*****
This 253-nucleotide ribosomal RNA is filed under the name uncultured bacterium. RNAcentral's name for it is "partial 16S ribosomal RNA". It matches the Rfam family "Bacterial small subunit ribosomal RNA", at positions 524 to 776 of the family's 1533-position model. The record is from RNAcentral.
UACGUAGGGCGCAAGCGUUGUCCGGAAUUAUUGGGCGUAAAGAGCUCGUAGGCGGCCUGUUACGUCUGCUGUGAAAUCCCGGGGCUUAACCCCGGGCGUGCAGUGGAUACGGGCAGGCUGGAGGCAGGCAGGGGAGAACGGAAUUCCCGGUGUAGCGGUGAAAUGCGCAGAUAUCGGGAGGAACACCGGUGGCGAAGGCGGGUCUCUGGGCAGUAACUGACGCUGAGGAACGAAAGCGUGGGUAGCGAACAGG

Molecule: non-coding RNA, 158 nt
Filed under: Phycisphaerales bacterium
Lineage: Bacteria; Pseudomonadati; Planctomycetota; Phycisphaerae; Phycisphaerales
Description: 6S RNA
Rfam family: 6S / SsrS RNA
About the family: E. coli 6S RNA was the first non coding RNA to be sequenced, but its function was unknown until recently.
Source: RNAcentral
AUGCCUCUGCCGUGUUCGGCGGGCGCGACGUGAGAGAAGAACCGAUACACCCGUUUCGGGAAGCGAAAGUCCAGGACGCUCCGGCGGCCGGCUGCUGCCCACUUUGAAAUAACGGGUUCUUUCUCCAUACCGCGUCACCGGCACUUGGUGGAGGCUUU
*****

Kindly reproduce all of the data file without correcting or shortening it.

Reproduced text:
This 253-nucleotide ribosomal RNA is filed under the name uncultured bacterium. RNAcentral's name for it is "partial 16S ribosomal RNA". It matches the Rfam family "Bacterial small subunit ribosomal RNA", at positions 524 to 776 of the family's 1533-position model. The record is from RNAcentral.
UACGUAGGGCGCAAGCGUUGUCCGGAAUUAUUGGGCGUAAAGAGCUCGUAGGCGGCCUGUUACGUCUGCUGUGAAAUCCCGGGGCUUAACCCCGGGCGUGCAGUGGAUACGGGCAGGCUGGAGGCAGGCAGGGGAGAACGGAAUUCCCGGUGUAGCGGUGAAAUGCGCAGAUAUCGGGAGGAACACCGGUGGCGAAGGCGGGUCUCUGGGCAGUAACUGACGCUGAGGAACGAAAGCGUGGGUAGCGAACAGG

Molecule: non-coding RNA, 158 nt
Filed under: Phycisphaerales bacterium
Lineage: Bacteria; Pseudomonadati; Planctomycetota; Phycisphaerae; Phycisphaerales
Description: 6S RNA
Rfam family: 6S / SsrS RNA
About the family: E. coli 6S RNA was the first non coding RNA to be sequenced, but its function was unknown until recently.
Source: RNAcentral
AUGCCUCUGCCGUGUUCGGCGGGCGCGACGUGAGAGAAGAACCGAUACACCCGUUUCGGGAAGCGAAAGUCCAGGACGCUCCGGCGGCCGGCUGCUGCCCACUUUGAAAUAACGGGUUCUUUCUCCAUACCGCGUCACCGGCACUUGGUGGAGGCUUU